June 24, 2010 at 9:33 a.m.

All about Japanese Beetles

All about Japanese Beetles
All about Japanese Beetles

Anyone who has seen the extensive damage Japanese Beetles can inflict on our gardens, knows that it can be all out war in trying to keep them from causing total destruction to our favorite garden plants. This may be a case of never really winning the war, but at least winning some of the battles.

The Japanese Beetle (Popillia japonica), is said to have arrived in the United States around 1916 when they were accidentally shipped in with Iris roots imported from Japan. They are members of the Scarabaeoidea family and have veracious appetites for over 300 varieties of plants. Among their favorites are roses, birch trees, grapevines, fruit trees, and common lilac. Though each beetle does not eat much all by itself, it is the large group feedings that cause plants to be overwhelmed and foliage to be skeletonized. Japanese Beetles will often hide within the petals of roses as they eat their way out.

They are identified by these specific features: They are approximately 3/8 inches in length. The front of the beetle is dark metallic green. Its wing covers are a metalic dark tan. The beetle has two small patches of short white hairs on its rear, and five white hair tufts along each side of the dorsal abdomen. These patches are key characteristics for identification. If it does not have these patches, but has the other color traits, then it may be the false Japanese beetle.

And it's not just the adult beetles that can cause so much damage. In it's grub stage, it feeds on turf grass roots and reduces the ability of grass to take up enough water to withstand the stresses of hot, dry weather. As a result, large dead patches of grass develop in grub infested areas. The sod on these dead patches can be rolled back like a carpet to expose the grubs and the lack of turf roots. Early recognition of the problem can prevent this destruction.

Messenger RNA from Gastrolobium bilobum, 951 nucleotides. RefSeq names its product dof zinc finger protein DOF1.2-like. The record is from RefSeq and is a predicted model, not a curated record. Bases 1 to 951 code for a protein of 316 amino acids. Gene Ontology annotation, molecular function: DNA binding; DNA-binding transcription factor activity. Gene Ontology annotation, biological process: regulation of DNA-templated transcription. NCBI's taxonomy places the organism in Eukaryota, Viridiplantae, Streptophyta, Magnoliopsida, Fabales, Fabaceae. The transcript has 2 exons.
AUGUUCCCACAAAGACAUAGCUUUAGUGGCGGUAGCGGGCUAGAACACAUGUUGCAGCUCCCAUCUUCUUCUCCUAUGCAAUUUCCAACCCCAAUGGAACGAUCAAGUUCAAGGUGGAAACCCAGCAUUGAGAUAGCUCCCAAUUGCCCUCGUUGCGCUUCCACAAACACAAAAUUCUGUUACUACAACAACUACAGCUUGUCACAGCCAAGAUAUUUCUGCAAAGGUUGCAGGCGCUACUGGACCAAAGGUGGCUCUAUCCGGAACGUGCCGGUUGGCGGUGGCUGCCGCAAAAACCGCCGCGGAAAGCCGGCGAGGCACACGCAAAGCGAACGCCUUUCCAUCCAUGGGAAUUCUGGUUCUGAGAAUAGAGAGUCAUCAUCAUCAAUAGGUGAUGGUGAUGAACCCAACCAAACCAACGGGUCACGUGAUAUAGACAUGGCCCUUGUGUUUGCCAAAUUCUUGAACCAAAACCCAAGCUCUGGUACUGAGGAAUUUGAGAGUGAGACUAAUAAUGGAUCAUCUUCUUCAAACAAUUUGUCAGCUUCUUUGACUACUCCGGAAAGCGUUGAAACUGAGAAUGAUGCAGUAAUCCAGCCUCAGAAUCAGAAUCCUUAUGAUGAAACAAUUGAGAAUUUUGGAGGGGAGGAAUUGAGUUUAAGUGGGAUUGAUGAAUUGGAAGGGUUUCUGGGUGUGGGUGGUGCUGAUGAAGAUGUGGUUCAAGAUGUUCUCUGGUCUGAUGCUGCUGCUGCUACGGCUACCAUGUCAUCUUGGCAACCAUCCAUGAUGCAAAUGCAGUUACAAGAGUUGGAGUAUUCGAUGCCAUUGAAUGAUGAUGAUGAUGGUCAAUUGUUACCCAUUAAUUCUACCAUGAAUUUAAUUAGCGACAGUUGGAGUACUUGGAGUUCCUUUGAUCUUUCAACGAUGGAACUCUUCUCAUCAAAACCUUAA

The adult Japanese Beetle emerges from the soil in late June and July and begins it's feeding frenzy. Females live only a few weeks and during that time they return late each day to the turf to lay eggs. Eggs hatch in July and the grub is full grown by August. The grub digs in deep for the winter months and then moves upward as the soil temperatures warm in spring.

Non chemical control of the Japanese Beetle is most often recommended. This simply means that as soon as you notice them in the garden, remove them off the plant and drop them into a bucket of soapy water. This may become quite a chore for those first weeks when infestation is heavy. Chemical controls are another option by using insecticidal products containing permethrin and malathion among others. Look for products that list Japanese Beetles on the label. Japanese Beetle traps may not be the best choice as they tend to lure many more into the area than they actually trap.






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